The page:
When John Zinser announced that he was selling Legend of the Five Rings, the biggest game his company, Alderac Entertainment Group, had ever made he said, " L5R is and will always be our first gaming love, but over time, we've changed our company focus further and further away from those roots."
L5R was my first gaming love too. I was taught to play by the first woman to whom I would ever say "I love you." The friend I drove across three states with to play in a tournament in an American Legion Hall would, more than a decade later, stand next to me when I made vows to my wife. [Hi Art! -Austin]
Now, L5R is reinvented, resurrected, and is asking me to return to a land from my past and re-fight old wars. I've moved on, so has everyone I ever knew who played the game. But L5R wants us back.
Legend of the Five Rings, as a collectible card game, was born out of the boom created by the blockbuster success of Magic: The Gathering in the mid 90s. There was a lot to make it stand out from the crowd in 1995: the setting (a mystical pan-Asian samurai pastiche), the promise that players could affect the ongoing storyline of the game, and the unique look of the game in play on the table.
L5R was mechanically complex. It asked players to build two decks each and to navigate a mosaic of possible interactions between a hand of tactical, magical, and political "fate cards" and provinces full of "dynasty cards," which represented the people and places of your fictional samurai clan. This, along with as many as six victory conditions, could lead to some dizzyingly complicated board states and a reputation as the "chess of card games."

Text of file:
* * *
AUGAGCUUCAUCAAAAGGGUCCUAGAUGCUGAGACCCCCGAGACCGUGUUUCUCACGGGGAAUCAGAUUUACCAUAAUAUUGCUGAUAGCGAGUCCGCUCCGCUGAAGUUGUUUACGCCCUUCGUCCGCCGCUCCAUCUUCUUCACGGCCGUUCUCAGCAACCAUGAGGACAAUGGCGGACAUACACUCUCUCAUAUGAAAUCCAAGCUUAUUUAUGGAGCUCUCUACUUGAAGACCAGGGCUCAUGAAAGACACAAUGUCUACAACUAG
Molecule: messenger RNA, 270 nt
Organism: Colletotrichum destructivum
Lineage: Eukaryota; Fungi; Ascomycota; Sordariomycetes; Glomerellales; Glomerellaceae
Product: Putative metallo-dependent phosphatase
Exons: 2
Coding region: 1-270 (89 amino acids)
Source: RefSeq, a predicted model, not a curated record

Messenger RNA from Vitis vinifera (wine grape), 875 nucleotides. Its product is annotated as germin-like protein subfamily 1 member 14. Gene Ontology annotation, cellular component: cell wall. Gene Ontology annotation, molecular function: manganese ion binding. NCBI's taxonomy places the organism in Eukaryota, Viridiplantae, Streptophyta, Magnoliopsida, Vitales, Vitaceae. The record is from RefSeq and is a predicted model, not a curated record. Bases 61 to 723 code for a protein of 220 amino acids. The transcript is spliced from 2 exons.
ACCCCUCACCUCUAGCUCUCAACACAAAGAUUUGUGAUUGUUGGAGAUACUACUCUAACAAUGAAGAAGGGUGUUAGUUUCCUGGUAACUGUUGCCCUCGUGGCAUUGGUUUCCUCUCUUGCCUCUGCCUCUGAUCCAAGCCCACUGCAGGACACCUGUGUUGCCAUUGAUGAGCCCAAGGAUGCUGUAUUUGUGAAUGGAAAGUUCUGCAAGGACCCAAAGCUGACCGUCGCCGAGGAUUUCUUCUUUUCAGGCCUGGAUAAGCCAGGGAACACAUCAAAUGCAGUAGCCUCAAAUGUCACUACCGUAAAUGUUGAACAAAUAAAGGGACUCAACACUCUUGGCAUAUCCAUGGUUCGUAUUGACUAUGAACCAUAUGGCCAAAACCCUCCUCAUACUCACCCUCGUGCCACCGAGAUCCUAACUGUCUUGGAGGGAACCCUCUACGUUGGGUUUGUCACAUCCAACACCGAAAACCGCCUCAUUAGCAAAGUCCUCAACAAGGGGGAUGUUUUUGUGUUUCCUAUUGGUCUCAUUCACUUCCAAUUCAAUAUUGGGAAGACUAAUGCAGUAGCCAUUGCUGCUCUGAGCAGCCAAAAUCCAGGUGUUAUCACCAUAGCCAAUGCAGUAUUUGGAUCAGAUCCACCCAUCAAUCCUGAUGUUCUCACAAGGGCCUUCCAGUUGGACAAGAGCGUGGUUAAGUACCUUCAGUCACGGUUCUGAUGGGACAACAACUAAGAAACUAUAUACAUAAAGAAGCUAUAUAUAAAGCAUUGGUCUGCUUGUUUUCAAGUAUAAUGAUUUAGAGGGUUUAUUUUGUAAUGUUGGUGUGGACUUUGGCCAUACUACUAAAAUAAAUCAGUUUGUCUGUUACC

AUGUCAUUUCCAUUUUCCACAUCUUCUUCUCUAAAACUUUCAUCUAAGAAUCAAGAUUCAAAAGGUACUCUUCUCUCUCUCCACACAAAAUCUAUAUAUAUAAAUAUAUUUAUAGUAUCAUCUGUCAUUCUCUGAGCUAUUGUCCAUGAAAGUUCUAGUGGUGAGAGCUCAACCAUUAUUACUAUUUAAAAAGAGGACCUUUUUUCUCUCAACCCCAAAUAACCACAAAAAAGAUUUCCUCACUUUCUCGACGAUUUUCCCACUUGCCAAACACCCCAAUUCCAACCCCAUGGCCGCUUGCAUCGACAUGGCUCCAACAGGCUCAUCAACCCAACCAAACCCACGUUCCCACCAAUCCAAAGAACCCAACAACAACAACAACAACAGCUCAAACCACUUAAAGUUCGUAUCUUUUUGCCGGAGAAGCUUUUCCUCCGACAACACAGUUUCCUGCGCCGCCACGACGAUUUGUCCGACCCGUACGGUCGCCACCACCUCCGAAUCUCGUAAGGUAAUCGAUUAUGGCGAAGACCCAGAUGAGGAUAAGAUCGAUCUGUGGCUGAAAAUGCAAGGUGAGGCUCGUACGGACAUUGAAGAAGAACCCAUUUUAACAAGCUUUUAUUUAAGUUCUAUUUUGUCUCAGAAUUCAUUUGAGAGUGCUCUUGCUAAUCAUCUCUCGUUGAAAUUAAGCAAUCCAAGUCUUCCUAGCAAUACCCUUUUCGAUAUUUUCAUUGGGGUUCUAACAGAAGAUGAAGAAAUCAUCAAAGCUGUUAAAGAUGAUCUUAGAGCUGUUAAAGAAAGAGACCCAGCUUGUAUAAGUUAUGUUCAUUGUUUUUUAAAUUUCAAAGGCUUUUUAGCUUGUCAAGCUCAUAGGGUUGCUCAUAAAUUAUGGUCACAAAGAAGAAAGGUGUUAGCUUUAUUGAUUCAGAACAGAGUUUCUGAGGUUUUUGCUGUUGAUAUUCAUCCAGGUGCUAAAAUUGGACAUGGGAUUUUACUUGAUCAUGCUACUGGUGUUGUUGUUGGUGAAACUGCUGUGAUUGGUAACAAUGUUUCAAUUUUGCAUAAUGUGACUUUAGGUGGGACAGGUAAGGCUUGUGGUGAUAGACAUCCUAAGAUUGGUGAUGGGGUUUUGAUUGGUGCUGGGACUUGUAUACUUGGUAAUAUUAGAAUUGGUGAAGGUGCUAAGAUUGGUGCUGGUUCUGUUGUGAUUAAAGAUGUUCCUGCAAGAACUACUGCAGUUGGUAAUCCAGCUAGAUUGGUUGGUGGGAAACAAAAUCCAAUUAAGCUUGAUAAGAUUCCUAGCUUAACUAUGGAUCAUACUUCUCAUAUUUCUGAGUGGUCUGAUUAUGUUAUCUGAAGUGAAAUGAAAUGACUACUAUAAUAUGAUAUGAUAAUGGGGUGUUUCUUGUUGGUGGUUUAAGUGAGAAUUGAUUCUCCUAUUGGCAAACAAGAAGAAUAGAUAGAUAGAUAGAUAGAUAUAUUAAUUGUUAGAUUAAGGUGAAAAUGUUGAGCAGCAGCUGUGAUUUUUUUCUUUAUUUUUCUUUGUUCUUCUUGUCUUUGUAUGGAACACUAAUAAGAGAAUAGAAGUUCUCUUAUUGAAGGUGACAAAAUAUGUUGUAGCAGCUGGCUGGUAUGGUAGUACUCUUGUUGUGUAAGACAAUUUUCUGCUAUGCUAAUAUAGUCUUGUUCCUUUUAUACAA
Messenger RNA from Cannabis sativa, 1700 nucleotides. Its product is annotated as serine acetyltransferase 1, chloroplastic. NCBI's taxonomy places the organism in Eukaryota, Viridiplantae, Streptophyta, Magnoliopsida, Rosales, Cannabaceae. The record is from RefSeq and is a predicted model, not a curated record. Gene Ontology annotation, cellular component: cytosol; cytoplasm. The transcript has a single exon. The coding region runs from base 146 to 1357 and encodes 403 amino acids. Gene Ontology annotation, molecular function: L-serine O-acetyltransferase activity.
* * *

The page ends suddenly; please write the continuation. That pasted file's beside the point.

Unfortunately, after 20 years of publication the tide began to turn. In the shadow of a combination of unpopular storyline decisions, frequent balance changes, and marketing that could never seem to get enough new players to replace the ones that drifted away, Alderac Entertainment Group decided to get out of the CCG game entirely and sold the rights to L5R to Fantasy Flight Games. The gaming has just released the first details about the relaunch.
Fantasy Flight has a tricky balancing act to pull off when resurrecting this game. On one hand they want to make a familiar and recognizable game to try and win over the existing fans of the property. On the other hand those people weren't enough to keep the game afloat before so they need to bring in new blood. They've kept the two decks (albeit with renaming fate cards "conflict cards") and the provinces. They've cut down the victory conditions to three and eliminated a few things in the original game that led to snowball victories.
The new mechanic that interests me the most are fate tokens: When you bring a personality—that swordsman with a taste for vengeance, for instance—into play you pay for them using fate tokens, any extra you pay over the printed cost are placed on the card. At the end of every turn any personality with no fate tokens is removed from play and then one is removed from every remaining personality. This discourages prolonged periods of disengaged board building, pushing players to interact. From a flavor perspective it's an attempt to evoke the idea of mono no aware, a Japanese term for the impermanence of things.
Just like blossoming flowers, your resources in this game will not last forever and you are encouraged to enjoy them while they last.
I worry that in being this excited for the L5R revival that I am also trying to grab at something ephemeral. That it's not so much that I want to play in this world again as much as I want to be a 20 year-old college student again. To be a 24 year-old moving across the country on a dream. To have the kind of life where playing card games on a friend's kitchen table until after midnight an hour from home is an acceptable choice.
None of those things are probably going to be in the box when Legend of the Five Rings: The Card Game releases in the fourth quarter of this year but I'll definitely be there trying.